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Lenny Marks Gets Away With Murder

Kerryn Mayne pens a strong and memorable debut novel

This well-written and touching debut novel snuck up on me. I went in blind, and this story was not what I expected from the title, etc, but I also couldn't stop reading/listening.

School teacher Lenny Marks follows a very strict routine. Her companion is the TV show Friends, and she has an ongoing Scrabble game with her imaginary friend, Monica Geller. Lenny does not remember everything that happened on the day her mother and stepfather abandoned her as a child, but a letter from the parole board makes memories from childhood come back.

I was very invested in Lenny's story. The plot unfolds in an intriguing way but I won't say much to avoid spoilers.

Lenny is neurodivergent, socially awkward, quirky, and endearing. A well-developed character who had me rooting hard for her. She has endured significant trauma, and her mind blocked it out almost entirely as a coping mechanism. There are events to sort out, but the heart of the story is Lenny's healing journey and her path to forming relationships and allowing others in her life. Despite her struggles, Lenny's courage and strength grow as her memories of traumatic and heartbreaking past events return. This was a departure for me from my typical reads and I am so glad I took a chance on it. It was emotional, gripping, and thought-provoking. Lenny stayed with me long after I finished, and I look forward to whatever Mayne writes next.

Annie Maynard's narration of the audiobook was a standout. Her performance brought Lenny to life, capturing the character's quirks and the story's emotions. I alternated between reading and listening to this but ended up listening more toward the end, as Maynard's lovely Australian accent made the listening experience feel truly immersive.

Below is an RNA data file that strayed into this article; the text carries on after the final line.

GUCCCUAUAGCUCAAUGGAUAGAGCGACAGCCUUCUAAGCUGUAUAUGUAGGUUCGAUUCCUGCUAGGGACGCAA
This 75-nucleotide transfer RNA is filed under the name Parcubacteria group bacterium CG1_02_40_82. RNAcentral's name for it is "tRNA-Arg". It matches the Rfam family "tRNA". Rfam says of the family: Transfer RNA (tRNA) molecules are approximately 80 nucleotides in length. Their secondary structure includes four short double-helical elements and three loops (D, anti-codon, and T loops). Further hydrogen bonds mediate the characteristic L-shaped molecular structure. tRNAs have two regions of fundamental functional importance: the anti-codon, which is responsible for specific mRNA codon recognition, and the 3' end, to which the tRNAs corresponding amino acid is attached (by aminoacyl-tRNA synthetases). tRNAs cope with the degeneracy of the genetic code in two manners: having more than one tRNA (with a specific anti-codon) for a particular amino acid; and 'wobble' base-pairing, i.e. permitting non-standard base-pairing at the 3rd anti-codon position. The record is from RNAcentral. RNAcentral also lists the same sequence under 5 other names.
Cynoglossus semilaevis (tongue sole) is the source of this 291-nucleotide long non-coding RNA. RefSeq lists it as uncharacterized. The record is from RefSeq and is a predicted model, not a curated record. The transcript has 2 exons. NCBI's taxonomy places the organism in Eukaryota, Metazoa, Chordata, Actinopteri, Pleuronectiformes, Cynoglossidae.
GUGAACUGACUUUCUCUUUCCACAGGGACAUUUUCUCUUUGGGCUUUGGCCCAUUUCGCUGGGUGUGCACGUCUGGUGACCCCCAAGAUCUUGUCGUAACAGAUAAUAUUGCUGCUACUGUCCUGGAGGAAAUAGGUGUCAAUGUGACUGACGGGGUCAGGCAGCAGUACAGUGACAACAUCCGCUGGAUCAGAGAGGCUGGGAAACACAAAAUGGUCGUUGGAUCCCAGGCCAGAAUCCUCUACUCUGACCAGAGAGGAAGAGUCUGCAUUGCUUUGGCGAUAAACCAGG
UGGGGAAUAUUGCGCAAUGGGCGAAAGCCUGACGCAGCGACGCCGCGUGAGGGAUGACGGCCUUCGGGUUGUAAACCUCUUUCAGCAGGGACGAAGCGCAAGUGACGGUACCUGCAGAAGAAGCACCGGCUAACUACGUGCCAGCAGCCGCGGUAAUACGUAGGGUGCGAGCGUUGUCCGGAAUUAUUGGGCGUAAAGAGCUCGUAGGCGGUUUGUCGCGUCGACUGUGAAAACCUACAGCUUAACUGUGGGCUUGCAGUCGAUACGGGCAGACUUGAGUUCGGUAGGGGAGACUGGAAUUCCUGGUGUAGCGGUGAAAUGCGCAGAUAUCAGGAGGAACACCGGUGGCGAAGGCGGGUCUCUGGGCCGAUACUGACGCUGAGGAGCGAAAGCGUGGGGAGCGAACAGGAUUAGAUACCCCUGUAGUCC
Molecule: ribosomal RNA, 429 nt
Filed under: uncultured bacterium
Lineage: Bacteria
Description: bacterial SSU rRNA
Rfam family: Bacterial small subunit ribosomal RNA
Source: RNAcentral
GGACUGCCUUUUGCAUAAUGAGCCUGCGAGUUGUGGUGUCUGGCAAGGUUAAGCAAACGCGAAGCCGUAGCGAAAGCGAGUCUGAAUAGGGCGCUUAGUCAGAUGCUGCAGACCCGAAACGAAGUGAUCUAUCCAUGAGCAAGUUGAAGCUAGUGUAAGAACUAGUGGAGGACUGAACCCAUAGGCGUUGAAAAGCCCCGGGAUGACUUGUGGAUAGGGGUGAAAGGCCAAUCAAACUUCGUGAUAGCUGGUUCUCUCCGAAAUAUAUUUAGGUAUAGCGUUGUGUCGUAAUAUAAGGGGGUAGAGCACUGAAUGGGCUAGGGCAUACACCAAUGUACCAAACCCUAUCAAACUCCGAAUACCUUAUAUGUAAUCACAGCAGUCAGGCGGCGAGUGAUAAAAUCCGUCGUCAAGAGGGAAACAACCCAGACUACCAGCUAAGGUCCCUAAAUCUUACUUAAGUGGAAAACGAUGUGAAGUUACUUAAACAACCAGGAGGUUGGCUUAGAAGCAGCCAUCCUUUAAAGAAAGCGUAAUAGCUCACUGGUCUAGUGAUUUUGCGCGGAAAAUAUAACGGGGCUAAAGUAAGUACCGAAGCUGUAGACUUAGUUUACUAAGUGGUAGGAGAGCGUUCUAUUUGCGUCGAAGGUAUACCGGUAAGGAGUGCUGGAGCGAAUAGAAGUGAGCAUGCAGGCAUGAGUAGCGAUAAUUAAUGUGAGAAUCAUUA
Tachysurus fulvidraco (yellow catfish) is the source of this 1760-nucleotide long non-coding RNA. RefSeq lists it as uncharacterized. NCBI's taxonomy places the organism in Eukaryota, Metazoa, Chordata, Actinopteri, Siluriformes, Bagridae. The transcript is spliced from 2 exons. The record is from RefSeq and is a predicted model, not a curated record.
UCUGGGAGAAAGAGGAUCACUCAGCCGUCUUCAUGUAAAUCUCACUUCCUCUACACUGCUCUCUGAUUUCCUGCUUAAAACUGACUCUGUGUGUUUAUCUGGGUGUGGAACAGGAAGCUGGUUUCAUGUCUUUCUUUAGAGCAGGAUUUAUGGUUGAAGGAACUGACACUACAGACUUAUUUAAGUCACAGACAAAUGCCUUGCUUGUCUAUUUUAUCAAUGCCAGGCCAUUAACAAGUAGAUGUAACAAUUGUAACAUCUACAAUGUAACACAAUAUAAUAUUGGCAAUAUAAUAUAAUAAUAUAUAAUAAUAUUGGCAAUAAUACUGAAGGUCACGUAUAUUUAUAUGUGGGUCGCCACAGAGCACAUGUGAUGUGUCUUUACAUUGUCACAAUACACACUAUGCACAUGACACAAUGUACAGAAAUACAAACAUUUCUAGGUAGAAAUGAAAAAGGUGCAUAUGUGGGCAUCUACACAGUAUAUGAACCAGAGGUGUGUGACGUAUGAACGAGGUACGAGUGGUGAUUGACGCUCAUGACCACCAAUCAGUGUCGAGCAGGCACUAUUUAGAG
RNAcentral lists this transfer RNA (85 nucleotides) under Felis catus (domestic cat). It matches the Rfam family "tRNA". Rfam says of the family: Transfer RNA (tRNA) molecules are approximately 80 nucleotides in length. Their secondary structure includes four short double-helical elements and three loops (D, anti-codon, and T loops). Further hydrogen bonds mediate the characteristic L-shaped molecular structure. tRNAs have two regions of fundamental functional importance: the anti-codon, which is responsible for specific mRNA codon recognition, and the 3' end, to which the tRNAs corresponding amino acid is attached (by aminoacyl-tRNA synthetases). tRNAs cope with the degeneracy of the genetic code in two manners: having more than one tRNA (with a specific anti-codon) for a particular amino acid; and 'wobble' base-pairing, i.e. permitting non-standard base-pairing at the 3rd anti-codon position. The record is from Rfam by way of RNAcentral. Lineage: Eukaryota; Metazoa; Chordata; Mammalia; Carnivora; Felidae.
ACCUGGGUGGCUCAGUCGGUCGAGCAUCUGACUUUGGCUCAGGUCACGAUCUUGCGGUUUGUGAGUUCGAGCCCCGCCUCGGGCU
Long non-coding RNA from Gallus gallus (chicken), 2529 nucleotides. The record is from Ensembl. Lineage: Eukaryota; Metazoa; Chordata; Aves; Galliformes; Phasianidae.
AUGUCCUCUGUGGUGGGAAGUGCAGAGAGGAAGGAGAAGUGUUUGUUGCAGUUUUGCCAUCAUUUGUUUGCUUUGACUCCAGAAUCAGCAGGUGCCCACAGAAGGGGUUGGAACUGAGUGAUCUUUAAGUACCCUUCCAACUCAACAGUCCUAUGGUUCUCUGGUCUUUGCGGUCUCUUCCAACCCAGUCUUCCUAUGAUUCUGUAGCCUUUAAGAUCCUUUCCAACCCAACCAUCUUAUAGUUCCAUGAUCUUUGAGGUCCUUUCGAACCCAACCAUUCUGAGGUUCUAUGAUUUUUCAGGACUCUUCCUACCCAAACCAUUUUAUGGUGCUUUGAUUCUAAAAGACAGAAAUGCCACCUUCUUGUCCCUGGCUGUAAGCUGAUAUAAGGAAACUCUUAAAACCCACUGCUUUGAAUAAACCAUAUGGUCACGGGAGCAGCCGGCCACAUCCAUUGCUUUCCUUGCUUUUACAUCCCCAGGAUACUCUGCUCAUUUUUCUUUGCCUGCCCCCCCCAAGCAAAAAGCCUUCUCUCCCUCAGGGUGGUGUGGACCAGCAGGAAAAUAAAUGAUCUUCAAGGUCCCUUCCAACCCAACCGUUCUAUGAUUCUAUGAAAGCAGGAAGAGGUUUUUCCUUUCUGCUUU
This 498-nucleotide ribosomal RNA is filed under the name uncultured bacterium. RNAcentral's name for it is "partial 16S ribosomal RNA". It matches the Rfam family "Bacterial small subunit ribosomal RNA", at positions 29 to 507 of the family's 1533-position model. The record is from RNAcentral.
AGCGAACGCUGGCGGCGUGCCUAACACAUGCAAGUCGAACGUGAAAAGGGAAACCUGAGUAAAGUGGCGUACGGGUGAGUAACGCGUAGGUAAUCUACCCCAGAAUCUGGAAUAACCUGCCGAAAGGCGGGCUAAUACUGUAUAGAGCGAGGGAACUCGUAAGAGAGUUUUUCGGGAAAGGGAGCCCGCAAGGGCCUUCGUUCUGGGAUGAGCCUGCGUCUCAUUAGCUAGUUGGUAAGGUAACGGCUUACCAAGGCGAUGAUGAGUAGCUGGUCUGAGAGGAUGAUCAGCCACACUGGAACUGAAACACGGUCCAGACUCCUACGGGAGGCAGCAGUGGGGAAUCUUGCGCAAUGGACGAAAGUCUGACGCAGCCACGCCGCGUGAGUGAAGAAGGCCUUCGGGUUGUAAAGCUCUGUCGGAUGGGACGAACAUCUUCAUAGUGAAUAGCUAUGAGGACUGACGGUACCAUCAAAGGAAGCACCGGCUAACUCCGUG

Thank you to St. Martin's Press and Macmillan Audio for the free book and audiobook!

Pub Day: July 9, 2024

352 pages

Audiobook 9 hours 41 minutes

My steep was Qilan (rare orchid) from The Cultured Cup

A hand plucked and lightly roasted oolong


Lenny Marks is excellent at not having a life.

She bikes home from work at exactly 4pm each day, buys the same groceries for the same meals every week, and owns thirty-six copies of The Hobbit (currently arranged by height). The closest thing she has to a friendship is playing Scrabble against an imaginary Monica Gellar while watching Friends reruns.

And Lenny Marks is very, very good at not remembering what happened the day her mother and stepfather disappeared when she was still a child. The day a voice in the back of her mind started whispering, You did this.

Until a letter from the parole board arrives in the mail--and when her desperate attempts to ignore it fail, Lenny starts to unravel. As long-buried memories come to the surface, Lenny's careful routines fall apart. For the first time, she finds herself forced to connect with the community around her, and unexpected new relationships begin to bloom. Lenny Marks may finally get a life–but what if her past catches up to her first?

Equal parts heartbreaking and heartwarming, Kerryn Mayne's stunning debut is an irresistible novel about truth, secrets, vengeance, and family lost and found, with a heroine who's simply unforgettable.

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